You may be surprised to know that the attic is one area of your home that can actually bring significant energy savings. Without the adequate amount of attic insulation in place to hold the air in your home, the money you’ve invested in utility bills might as well be tossed out the window, or more accurately...out the roof.
Why Insulating Your Attic Matters
You may be questioning how an area that is primarily used for storage purposes can be so essential to your home’s energy efficiency. Sufficient attic insulation and ventilation play major roles in regulating the temperature and overall comfort level in your home throughout the year. Attic insulation is a critical part of keeping cool air in your home during the hot months and warm air in your home throughout the heating season.
How Attic Insulation Works
If air is getting out through your attic, your HVAC system has to run longer to heat or cool your home, demanding more energy. Installing additional or higher quality attic insulation will aid in keeping the air in the home and stop your heating/cooling system from having to work as long or as often, saving energy and money by bringing down your utility bills. Cost savings differ based on a variety of factors, such as residents’ habits, whether you have a smart thermostat, and the type of heating/cooling system you have. Generally, it is estimated that homeowners can save up to 20% on energy bills with the proper amount of attic insulation. No matter where you live in North America, proper attic insulation helps in reducing the general wear and tear on your heating and cooling system.
Types of Attic Insulation
Now that you understand the importance of a properly insulated attic, you may be considering what type of attic insulation is best for your home.
Insulation is rated in terms of thermal resistance, known as R-Value. The higher the R-Value, the better the insulating power. The amount of insulation recommended for your home is primarily dependent on where you live, but as a general guideline, homes in a cold climate should have a minimum of R-49 in the attic and warmer climates only require an R-38. Here are the three main types of attic insulation available:
- Roll-on insulation is generally the least expensive kind of attic insulation because it is somewhat easy and quick for professional contractors to install. It is flexible, allowing it to fit snugly between studs, rafters, etc., and the tight fit helps keep the air trapped in the home.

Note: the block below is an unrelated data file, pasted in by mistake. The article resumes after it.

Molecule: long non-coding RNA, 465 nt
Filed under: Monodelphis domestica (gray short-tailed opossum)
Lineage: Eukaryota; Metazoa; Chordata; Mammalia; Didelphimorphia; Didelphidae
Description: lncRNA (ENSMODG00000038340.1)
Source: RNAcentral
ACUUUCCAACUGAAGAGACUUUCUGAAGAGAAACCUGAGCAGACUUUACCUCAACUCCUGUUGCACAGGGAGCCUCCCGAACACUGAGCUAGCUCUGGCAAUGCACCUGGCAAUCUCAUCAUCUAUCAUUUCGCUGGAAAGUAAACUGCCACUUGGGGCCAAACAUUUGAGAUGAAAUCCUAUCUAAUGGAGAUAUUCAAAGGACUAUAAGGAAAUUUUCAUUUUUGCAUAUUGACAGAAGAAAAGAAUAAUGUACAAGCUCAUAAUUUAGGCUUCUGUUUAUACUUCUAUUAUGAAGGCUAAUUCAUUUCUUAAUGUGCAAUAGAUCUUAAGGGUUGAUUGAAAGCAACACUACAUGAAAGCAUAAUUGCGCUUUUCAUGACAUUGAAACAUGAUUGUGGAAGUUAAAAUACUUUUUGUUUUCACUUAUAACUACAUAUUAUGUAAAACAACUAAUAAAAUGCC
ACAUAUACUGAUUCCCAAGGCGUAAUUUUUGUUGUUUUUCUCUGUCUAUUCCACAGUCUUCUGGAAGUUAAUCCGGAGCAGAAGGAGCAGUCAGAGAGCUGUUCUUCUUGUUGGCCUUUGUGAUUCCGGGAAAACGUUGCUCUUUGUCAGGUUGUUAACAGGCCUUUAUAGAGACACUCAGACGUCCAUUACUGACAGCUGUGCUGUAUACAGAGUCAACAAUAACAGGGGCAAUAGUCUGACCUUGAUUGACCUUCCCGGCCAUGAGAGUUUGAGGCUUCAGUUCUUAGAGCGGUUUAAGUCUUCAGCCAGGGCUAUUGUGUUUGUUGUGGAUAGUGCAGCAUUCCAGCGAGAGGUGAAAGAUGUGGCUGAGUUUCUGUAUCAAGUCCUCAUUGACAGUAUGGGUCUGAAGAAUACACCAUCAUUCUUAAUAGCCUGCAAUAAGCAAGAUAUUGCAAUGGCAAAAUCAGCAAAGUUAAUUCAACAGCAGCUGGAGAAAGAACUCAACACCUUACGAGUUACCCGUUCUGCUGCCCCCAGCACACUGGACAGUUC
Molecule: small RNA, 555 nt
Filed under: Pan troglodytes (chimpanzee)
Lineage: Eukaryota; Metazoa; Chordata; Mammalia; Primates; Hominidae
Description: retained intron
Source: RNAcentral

- Blown-in insulation is thought of as more efficient due to the loose-fill because it allows the insulation to fill smaller crevices where air could possibly leak out. Blown-in attic insulation is also moisture resistant, which helps keep mold and odor from growing in your home.
- Spray foam insulation is regarded to be the most energy-efficient type because it expands and tightly seals all holes where air could possibly leak from. Not only does the spray foam attic insulation create an air-tight seal, but it typically works longer than other types of attic insulation.
The recommended level for most attics is to insulate to R-38 or about 10 to 14 inches, depending on insulation type.
Signs Your Attic Insulation Needs Replacing
- If you are feeling a draft, it’s coming from somewhere, usually because of cracks and uneven air pressure. Noticing chilly drafts throughout the house can be a strong sign that your attic is in need of fresh installation.
- People often think of the attic as being an area that’s stuffy and hot, but attic space is actually quite susceptible to moisture-related issues. Over time, attic insulation can become worn, leaving cracks or holes that can make for easy access points for moisture to enter in. A damp attic can welcome the growth of mold and mildew. If you see any signs of water leakage in your ceiling or wall, this could indicate exposure in your attic’s insulation.
- Attic insulation can create a comfortable spot for rats and other pests. If your attic is in need of a cleanout, it can be vulnerable to rodents, insects, and even birds. Old attic insulation in need of replacement makes a model material for such creatures to create nests and dwell in.
- The problem that is perhaps the easiest to notice is high energy bills. If your utility bills seem high, it could be a indication that your HVAC system is working harder to compensate for energy loss somewhere in the house. Small leaks tend to cause small increases in your bills, while larger leaks could quickly start costing you hundreds of dollars.
- If you notice odd temperature changes throughout your house, chances are that the insulation is not sufficient and should be replaced. A simple way to test is to open all the interior doors and vents to allow the temperature to even out. Walk through the house, checking for areas of significantly warmer or colder temperatures.
How Often Should You Have Your Insulation Inspected?
Many homeowners think of their home’s insulation as a “one and done” event. It’s true that under optimal conditions, your home’s insulation has a life expectancy of 100 years or more. But as your insulation ages, it encounters changes. Most experts, including those at the U.S. Department of Energy, recommend that you have your insulation examined at least once a year. If your roof has had to be repaired or replaced because of leaks, you should definitely make sure to have an attic insulation inspection. If your attic is currently insulated, you may want to ascertain when the insulation was installed to ensure it meets the EPA guidelines for energy efficiency. Also, if the product has compressed, it could be ineffective.
If you need to have attic insulation installed or would like to have your current insulation inspected, Service Experts Heating & Air Conditioning can provide a free assessment.